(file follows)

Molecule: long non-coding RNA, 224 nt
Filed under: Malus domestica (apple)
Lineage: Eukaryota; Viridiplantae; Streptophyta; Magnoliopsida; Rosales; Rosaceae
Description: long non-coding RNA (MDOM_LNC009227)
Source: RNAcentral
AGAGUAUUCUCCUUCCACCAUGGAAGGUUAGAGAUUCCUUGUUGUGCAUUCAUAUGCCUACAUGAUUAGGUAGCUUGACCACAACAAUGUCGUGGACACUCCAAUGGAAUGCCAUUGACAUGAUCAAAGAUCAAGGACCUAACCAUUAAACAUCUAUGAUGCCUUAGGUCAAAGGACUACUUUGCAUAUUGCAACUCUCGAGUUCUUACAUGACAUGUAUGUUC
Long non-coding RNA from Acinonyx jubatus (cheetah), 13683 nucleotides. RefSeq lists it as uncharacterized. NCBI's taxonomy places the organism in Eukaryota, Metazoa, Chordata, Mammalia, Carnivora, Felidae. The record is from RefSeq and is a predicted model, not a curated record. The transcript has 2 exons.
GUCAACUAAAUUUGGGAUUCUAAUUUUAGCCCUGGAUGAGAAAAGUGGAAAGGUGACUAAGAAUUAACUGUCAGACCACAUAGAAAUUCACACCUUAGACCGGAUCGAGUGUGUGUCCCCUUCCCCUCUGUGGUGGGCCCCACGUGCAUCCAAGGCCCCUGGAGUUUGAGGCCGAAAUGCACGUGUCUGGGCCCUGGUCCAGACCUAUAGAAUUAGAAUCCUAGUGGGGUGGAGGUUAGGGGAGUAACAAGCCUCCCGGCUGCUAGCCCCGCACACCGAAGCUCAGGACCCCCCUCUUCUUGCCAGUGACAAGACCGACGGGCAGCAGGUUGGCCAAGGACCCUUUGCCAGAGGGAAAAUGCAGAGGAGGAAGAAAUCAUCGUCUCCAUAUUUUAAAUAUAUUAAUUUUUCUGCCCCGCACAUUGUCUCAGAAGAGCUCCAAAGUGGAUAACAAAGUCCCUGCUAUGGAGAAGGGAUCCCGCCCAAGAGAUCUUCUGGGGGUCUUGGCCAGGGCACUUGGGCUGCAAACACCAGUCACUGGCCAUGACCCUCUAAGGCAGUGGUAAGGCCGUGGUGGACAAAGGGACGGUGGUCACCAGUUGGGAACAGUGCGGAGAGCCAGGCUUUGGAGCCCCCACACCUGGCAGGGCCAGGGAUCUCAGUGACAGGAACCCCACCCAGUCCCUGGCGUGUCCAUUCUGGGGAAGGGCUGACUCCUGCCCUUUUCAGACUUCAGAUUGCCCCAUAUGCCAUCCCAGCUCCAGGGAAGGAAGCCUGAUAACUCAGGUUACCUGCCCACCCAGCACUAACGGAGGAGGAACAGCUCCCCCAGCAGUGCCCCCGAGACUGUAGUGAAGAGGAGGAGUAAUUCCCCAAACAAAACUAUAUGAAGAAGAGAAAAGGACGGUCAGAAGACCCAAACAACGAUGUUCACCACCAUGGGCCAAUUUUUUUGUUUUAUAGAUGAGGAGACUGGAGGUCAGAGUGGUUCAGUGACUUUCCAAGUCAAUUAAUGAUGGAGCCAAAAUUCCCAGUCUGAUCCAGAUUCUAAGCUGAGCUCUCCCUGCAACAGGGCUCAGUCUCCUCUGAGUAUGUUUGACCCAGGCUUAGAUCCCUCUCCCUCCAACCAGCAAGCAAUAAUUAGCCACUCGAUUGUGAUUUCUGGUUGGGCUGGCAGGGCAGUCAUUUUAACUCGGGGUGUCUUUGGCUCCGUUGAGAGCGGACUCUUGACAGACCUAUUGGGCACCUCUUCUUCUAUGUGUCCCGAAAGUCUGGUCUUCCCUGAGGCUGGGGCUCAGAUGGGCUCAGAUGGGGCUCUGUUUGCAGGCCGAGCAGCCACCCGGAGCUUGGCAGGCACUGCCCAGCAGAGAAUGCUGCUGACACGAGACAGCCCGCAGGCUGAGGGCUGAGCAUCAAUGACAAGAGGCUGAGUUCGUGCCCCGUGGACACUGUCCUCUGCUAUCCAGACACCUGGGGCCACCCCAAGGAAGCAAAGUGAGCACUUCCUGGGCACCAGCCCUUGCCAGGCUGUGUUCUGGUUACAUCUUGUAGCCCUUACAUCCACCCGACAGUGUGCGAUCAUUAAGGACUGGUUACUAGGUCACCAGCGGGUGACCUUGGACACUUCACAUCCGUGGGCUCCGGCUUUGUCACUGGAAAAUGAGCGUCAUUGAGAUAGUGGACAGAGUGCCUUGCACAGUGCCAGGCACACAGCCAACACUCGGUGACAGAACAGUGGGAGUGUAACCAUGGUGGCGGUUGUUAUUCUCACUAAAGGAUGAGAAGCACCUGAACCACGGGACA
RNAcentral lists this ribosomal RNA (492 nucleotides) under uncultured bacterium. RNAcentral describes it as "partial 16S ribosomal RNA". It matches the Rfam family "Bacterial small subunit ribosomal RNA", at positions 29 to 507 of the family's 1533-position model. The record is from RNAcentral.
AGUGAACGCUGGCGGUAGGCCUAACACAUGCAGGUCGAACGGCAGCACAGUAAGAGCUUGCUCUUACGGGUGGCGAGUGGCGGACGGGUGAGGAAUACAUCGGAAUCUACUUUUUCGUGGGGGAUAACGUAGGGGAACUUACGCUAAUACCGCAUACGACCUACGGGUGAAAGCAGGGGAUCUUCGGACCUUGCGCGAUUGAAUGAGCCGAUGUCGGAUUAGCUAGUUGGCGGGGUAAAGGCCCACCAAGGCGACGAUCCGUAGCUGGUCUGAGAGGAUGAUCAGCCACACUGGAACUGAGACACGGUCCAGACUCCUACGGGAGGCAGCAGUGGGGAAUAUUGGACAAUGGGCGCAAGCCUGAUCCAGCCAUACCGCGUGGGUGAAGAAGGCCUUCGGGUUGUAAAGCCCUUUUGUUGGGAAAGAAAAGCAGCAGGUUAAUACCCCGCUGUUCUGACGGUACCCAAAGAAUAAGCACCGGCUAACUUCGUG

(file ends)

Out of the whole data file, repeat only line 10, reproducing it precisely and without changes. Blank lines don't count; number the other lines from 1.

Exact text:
AGUGAACGCUGGCGGUAGGCCUAACACAUGCAGGUCGAACGGCAGCACAGUAAGAGCUUGCUCUUACGGGUGGCGAGUGGCGGACGGGUGAGGAAUACAUCGGAAUCUACUUUUUCGUGGGGGAUAACGUAGGGGAACUUACGCUAAUACCGCAUACGACCUACGGGUGAAAGCAGGGGAUCUUCGGACCUUGCGCGAUUGAAUGAGCCGAUGUCGGAUUAGCUAGUUGGCGGGGUAAAGGCCCACCAAGGCGACGAUCCGUAGCUGGUCUGAGAGGAUGAUCAGCCACACUGGAACUGAGACACGGUCCAGACUCCUACGGGAGGCAGCAGUGGGGAAUAUUGGACAAUGGGCGCAAGCCUGAUCCAGCCAUACCGCGUGGGUGAAGAAGGCCUUCGGGUUGUAAAGCCCUUUUGUUGGGAAAGAAAAGCAGCAGGUUAAUACCCCGCUGUUCUGACGGUACCCAAAGAAUAAGCACCGGCUAACUUCGUG